• A personal thought: giving up control of one’s content is hard, but it could have tremendous community benefits. I had to think about this.

The podcast will be worth checking out, though because it is an interview the narrative thread may not seem particularly focused. I could listen to Henry Jenkins talk for hours, though…he’s one of my new heroes. I am inspired to start laying out my thoughts in a more rigorous fashion. I must check out his blog.

High Tech Crafts

The High Tech Craft panel featured four women with impressive backgrounds in the application of technology to fashion. Moderated by Craft editor Natalie Zee Drieu, the panel addressed a number of issues related to the experiences of Diana Eng (who appeared on Project Runway), Syuzi Pakhchyan (an interactive designer), Alison Lewis (who I found notable for her relentless cheer), and Mouna Andraos (who impressed me with her demeanor). Not only are these women doing cool things with craft and technology, they are also disseminating information and enthusiastically teaching what they know. The combination of craft and empowerment is sweet indeed.

A few interesting tidbits:

  • There are “trend forecasters” who figure out what will be popular in the next two years. All the fashion designers use them, so to some extent they are all working toward the same trend. How can people forecast that far ahead, I wonder? Perhaps they know how long it takes for people to get bored, and what will come back in vogue based on a keen understanding of the psychology behind trendsetting and boredom.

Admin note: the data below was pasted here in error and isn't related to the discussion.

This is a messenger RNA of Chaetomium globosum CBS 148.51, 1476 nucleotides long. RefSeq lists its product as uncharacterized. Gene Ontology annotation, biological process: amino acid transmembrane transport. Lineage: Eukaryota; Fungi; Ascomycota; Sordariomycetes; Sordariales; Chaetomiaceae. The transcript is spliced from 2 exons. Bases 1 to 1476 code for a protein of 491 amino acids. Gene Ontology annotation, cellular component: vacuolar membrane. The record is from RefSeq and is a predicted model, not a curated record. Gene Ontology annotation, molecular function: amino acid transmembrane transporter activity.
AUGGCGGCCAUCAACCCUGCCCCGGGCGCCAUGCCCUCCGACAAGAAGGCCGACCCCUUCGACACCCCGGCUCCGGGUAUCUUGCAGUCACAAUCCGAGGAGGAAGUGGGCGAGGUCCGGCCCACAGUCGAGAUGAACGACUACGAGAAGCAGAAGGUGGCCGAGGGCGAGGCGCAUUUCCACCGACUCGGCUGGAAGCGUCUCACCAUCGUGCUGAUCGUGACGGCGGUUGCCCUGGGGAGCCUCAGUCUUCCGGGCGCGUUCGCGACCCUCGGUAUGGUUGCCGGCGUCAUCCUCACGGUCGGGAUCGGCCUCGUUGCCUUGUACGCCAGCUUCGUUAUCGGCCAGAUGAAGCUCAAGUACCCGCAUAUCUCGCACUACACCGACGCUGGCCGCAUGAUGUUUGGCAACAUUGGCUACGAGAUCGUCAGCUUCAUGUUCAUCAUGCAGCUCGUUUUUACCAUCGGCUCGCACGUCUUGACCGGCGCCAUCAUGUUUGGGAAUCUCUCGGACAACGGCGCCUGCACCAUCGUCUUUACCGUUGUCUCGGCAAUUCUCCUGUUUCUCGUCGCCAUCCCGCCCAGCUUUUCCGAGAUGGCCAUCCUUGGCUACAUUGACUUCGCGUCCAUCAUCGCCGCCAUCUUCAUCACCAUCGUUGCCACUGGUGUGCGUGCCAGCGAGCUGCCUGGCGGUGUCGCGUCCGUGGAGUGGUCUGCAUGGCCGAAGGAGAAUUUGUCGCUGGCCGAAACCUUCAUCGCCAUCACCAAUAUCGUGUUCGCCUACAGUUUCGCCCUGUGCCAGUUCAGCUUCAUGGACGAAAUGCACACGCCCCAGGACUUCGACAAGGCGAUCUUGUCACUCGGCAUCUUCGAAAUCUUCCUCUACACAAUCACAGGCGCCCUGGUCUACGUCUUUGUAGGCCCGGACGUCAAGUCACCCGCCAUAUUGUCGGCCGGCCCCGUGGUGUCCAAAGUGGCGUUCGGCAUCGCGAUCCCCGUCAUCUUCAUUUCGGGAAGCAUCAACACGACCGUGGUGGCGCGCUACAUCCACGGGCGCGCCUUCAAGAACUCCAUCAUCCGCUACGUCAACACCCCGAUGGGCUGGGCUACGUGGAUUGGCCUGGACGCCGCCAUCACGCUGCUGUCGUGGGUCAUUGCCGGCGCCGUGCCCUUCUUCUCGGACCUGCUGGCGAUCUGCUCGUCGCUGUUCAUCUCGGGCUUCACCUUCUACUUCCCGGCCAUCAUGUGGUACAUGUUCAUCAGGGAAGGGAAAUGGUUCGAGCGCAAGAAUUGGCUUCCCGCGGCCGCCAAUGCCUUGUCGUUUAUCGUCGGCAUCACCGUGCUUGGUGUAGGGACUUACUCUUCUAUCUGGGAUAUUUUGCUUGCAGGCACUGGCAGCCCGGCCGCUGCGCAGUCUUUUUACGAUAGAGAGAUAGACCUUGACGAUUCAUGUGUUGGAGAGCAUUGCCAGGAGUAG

• There is a perception that the fashion industry is closed and non-collaborative. In actuality, it’s quite a small community that is geographically contained in 4 blocks in (I presume) New York City. This is not accessible to the Internet, which gives it the perception of being isolated.
  • Lewis said something pretty wonderful about how craft tells a story. Apparently she also had the world’s coolest grandma too. I am going to have to listen to the podcast when it becomes available; it’s a really heartwarming tale.
  • Some sources for cool DIY electronics: lilypad and

Wrapping Up the Day

I skipped out on the last panels, and explored the Screenburn Game Arcade, a large room filled with video game-related activities. I saw the Frag Dolls, an all-girl competive gaming league, crush many men in some first-person shooter on the XBOX 360. I also dropped by a BBQ and Beer thing nearby, but the sponsor had run out of food after only an hour. I was lucky to get a few sausage links an some BBQ. Afterwards, I hung out in the hall with my OLPC XO and chilled out. Several people came up to me to see the XO, which I happily obliged. I haven’t seen anyone else with an XO at the festival yet; I’m hoping that someone here has one. I’d like to check out the mesh networking feature, and maybe find out more about what people are doing with these things.

Afterwards, I ran into Catherine again and met a bunch of the other people from her conversational panel. Had a great time, meeting Chris and William from Flatsourcing, and we had a great conversation about the nuances of branding with our respective businesses. They’re quite passionate about the quality of their outsourcing team. I also ran into several blog readers, but I’ve left their cards upstairs in my room and I am fading fast. I’ll back-annotate this post tomorrow. I’ve got to get some shuteye.